On January 2018, the Supreme Court of India agreed to re-examine Section 377 of Indian Penal Code which criminalizes “carnal intercourse against the order of nature with any man, woman or animal” - widely interpreted to refer to homosexuality.
Section 377 reads-
“whoever voluntarily has carnal inter-course against the order of nature with any man, woman or animal, shall be punished with imprisonment for life, or with impris-onment of either description for a term which may extend to ten years, and shall also be liable to fine”.
IPC declares homosexuality to be an unnatural offence. The provision under Section 377 is of the British colonial era 1860 which is not suitable the needs of this society where according to the data submitted to Supreme Court in 2012, 2.5 million gay people were recorded and we can imagine if this is the recorded figure than how many more LGBTQ people will be there. As homosexuality is a taboo in our society people are ashamed to discuss it in open than how people will disclose their identity.
The government vows to take care of its people, but how will it do if it does not recognizes its LGBTQ community? If the government is not giving these people their identity of who they are, how will it fulfill their needs? Next question that pops up is if they say we do not care.
But the time has come LGBTQ community will not sit back and is coming forward for their rights. The fundamental right in our Constitution guaranties right to freedom, right to equality, right to life and personal liberty which enlists with it right to live with human dignity and also right to privacy. So why not this community should be allowed all this?
There are twenty three countries in the world which lave legalized same sex marriage even England, which made that draconian law in 1860 in India changed its law than why should not India. The people who are against homosexuality will say it is against our societal values and customs.
The judgment of Delhi High Court in NAZ Foundation v. NCT of Delhi decriminalized homosexuality in 2009. The Delhi HC decriminalized it on the basis of 172nd law commission report seeing it to be discriminatory provision violating Article 14, 15, 21 of the constitution.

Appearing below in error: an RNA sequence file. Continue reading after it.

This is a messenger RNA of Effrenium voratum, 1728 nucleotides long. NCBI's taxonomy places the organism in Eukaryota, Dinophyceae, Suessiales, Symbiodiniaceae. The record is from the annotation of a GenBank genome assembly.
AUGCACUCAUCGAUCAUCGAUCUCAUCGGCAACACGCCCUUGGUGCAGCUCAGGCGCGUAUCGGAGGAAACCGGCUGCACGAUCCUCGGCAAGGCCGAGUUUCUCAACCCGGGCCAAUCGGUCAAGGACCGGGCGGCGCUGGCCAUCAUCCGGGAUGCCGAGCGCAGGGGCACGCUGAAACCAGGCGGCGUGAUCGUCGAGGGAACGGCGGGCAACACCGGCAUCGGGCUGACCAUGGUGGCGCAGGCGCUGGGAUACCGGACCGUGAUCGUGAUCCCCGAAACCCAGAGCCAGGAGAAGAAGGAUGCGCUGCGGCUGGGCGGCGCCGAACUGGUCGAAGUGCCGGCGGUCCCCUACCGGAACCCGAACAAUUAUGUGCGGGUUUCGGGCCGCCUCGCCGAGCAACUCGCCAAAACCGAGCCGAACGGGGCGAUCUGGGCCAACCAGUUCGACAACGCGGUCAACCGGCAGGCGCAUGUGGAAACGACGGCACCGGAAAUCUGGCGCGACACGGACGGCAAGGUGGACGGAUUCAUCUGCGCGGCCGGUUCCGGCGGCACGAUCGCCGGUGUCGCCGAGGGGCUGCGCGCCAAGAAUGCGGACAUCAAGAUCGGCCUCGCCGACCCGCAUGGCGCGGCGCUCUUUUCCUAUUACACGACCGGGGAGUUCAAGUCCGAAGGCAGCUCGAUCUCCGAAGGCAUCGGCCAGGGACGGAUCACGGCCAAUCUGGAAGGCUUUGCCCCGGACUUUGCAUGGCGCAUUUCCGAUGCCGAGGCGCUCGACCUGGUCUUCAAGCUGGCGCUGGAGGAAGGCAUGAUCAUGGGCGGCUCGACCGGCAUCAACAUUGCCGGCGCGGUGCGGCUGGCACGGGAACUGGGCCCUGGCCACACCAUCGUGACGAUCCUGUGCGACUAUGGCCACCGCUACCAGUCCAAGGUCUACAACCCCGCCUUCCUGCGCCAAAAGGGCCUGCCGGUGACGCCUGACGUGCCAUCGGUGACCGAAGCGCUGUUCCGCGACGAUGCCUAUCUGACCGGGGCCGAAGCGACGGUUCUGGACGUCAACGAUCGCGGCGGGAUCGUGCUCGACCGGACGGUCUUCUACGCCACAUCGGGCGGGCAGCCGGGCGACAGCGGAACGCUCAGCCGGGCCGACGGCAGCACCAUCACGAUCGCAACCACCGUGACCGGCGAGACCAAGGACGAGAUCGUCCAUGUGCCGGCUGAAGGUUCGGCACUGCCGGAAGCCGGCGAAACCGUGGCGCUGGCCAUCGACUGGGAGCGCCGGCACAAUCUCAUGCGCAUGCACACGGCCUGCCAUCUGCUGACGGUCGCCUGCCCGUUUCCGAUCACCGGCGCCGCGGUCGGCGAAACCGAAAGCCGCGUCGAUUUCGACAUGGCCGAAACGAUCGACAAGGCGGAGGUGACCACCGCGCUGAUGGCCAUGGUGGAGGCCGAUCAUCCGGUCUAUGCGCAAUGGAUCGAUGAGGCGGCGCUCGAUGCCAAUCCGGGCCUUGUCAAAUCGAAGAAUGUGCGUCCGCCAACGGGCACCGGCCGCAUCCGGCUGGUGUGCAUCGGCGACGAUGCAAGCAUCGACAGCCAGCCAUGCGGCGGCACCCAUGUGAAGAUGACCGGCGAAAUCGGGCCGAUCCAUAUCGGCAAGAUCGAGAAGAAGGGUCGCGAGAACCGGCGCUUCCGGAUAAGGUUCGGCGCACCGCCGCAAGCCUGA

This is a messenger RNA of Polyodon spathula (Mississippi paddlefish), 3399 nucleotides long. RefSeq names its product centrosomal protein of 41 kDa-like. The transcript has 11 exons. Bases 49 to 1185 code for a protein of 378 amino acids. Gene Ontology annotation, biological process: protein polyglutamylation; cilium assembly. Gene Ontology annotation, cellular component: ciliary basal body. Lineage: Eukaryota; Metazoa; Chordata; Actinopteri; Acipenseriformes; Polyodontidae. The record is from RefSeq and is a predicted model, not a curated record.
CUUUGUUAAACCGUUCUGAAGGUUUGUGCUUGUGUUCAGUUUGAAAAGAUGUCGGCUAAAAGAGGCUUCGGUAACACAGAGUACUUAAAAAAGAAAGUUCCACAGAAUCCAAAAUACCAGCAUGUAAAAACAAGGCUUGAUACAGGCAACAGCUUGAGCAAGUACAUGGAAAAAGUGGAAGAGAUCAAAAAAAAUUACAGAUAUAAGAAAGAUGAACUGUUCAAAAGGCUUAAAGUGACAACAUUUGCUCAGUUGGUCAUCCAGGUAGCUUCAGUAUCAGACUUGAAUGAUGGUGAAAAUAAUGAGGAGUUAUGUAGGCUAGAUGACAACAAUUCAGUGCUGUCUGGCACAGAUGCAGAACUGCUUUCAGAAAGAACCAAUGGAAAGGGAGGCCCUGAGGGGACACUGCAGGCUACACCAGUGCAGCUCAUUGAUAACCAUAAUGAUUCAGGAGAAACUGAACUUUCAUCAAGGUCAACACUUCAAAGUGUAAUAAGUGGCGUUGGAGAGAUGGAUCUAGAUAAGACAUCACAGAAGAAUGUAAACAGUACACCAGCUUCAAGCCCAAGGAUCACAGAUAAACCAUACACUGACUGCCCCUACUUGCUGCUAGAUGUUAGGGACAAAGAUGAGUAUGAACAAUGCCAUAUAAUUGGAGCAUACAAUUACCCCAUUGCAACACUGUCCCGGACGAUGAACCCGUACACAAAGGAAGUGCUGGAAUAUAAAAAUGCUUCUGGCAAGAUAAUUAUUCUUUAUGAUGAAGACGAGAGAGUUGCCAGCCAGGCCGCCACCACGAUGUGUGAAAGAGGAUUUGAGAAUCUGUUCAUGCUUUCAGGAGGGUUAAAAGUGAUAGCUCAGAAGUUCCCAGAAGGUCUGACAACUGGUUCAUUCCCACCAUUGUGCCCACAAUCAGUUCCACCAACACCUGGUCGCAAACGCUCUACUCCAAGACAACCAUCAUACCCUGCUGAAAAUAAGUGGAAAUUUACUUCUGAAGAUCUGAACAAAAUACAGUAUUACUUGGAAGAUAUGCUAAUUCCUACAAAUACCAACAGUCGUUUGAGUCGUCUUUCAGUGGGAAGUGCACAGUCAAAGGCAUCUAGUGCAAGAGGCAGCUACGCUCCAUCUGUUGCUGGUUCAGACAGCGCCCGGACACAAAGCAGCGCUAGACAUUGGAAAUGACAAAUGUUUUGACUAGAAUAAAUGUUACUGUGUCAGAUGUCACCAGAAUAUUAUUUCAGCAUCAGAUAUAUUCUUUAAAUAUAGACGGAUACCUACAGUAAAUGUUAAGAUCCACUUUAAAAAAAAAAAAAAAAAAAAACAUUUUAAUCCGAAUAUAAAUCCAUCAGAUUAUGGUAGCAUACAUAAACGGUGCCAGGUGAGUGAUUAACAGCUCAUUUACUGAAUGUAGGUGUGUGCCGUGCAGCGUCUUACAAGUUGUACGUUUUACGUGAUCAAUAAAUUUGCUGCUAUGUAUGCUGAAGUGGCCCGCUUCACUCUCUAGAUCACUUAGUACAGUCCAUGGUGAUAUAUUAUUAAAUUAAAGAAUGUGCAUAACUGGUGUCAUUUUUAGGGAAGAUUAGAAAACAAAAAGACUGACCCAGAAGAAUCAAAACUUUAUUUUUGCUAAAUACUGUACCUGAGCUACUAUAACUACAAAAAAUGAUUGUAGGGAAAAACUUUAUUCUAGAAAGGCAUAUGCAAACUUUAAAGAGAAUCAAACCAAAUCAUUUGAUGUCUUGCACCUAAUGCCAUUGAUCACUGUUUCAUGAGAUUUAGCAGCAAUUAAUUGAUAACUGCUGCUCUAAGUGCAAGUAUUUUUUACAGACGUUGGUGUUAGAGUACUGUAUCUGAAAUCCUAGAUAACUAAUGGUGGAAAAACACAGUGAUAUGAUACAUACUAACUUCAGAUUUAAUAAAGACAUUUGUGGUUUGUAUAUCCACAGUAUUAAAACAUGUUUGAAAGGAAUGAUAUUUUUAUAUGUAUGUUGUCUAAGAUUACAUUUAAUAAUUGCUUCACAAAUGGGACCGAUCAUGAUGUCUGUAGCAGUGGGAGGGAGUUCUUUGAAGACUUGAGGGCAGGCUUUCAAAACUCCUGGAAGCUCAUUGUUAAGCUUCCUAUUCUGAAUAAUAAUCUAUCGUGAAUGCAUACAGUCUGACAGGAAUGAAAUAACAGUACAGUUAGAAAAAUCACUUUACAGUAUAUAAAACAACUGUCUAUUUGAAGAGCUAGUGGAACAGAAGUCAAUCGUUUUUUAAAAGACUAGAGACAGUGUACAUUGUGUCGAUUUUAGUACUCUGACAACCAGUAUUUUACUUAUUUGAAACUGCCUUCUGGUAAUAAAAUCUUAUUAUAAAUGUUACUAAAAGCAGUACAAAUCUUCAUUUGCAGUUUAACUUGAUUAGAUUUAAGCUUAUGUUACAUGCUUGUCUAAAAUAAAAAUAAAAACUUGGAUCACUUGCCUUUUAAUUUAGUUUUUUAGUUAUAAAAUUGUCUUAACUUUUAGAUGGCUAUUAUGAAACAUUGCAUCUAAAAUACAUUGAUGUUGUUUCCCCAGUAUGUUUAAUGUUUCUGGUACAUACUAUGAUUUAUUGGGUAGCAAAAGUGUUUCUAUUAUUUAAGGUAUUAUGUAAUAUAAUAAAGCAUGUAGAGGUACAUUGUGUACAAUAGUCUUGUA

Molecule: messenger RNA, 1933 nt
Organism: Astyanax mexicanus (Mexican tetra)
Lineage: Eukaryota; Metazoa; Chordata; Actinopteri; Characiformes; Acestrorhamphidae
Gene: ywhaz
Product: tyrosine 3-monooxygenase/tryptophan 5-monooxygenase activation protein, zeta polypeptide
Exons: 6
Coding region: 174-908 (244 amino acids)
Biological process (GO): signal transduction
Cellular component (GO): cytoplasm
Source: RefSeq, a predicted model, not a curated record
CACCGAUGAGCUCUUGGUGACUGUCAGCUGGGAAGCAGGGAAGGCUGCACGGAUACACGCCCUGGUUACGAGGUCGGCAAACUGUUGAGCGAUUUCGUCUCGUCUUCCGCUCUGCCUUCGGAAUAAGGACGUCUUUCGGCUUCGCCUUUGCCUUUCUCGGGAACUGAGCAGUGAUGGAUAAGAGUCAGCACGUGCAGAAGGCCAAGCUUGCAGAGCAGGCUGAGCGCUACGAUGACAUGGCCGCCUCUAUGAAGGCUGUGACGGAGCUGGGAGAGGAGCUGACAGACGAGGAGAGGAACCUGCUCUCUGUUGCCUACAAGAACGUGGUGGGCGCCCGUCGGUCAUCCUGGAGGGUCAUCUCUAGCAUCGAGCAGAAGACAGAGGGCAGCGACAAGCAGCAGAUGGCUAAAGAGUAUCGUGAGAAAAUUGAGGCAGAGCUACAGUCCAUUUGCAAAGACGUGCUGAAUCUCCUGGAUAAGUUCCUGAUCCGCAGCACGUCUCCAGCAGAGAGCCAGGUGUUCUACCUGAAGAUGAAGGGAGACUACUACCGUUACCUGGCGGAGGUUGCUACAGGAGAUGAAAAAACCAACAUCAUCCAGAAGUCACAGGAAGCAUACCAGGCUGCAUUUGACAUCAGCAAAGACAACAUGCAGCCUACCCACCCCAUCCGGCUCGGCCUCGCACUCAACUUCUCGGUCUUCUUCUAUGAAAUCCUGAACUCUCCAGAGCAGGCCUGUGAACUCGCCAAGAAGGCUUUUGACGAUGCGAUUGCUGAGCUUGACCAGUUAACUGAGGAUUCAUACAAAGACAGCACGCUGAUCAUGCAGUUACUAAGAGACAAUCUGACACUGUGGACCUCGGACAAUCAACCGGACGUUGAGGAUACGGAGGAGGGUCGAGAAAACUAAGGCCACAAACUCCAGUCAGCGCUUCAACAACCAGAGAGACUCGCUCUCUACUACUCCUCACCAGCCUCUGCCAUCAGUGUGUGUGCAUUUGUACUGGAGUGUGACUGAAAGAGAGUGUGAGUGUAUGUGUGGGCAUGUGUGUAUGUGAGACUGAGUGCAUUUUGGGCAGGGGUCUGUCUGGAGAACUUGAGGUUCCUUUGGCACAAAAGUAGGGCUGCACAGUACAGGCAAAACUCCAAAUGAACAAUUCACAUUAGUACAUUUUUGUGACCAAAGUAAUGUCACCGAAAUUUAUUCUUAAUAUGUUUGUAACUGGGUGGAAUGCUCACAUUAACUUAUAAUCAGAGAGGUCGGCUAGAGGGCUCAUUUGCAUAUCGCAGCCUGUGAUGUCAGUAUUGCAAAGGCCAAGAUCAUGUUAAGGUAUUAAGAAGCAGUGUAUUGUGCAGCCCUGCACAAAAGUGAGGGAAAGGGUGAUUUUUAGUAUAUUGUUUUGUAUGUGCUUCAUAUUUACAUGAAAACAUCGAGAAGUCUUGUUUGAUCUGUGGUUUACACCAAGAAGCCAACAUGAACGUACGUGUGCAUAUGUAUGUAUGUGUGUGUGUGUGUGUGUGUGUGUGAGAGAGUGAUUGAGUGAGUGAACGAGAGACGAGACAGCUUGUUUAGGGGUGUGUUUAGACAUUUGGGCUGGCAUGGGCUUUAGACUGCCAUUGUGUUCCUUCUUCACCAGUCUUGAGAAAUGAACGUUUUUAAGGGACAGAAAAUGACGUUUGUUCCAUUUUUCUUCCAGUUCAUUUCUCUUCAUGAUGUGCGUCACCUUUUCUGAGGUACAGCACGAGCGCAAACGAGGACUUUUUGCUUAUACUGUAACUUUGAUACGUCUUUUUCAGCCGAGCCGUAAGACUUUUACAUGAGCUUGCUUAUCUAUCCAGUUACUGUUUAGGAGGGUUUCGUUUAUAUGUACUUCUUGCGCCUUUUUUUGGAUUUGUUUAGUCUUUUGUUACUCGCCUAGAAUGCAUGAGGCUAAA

But in 2013 again, section 377 of IPC was put into full force by the Supreme Court in the case of Suresh Kumar Koushal v. NAZ Foundation. It was contended that if the legislature has decided not to delete s.377 and it is not for the Court to import the extra-ordinary moral values and thrust the same upon the society. The Supreme Court in the 2013 judgment observed that it was the responsibility of Parliament, not the judiciary, to change the law.
The Indian Supreme Court, however, in 2018 again agreed to reconsider the constitutional validity of Section 377 of the Indian Penal Code and also have issued a notice to the central government to put its stand on this issue. The Supreme Court said "A section of people or individuals who exercise their choice should never remain in a state of fear".
One of the factors behind this change of mood of the Supreme Court could be its recent judgment in the case of ‘Justice K. S. Puttaswamy (Retd.), and Anr. V/s Union of India and Ors.’ – popularly known as “Right to Privacy judgment” whereby the Apex Court declared freedom of sexual orientation a fundamental right. It was ruled that sexual orientation is covered under clauses in the Indian Constitution that relate to liberty, despite the Government claiming there was no legal right to privacy. The Supreme Court observed that “Discrimination against an individual on the basis of sexual orientation is deeply offensive to the dignity and self-worth of the individual. Equality demands that the sexual orientation of each individual in society must be protected on an even platform.”
In order to give this Judgment its full effect it is now important to have a clear stand on Section 377.
The government has so far been reluctant to take a firm position on this issue - either before the Delhi High Court or the Supreme Court. In high court, home ministry and health ministry had taken contrary stands in the first round of litigation. The home ministry had insisted that Section 377 be retained to deal with cases of unnatural acts carried out against children and bestiality against animals. It had also argued that there were no statistics to show that the law was misused to victimise choices of the LGBT community. However, health ministry had argued that Section 377 must be scrapped.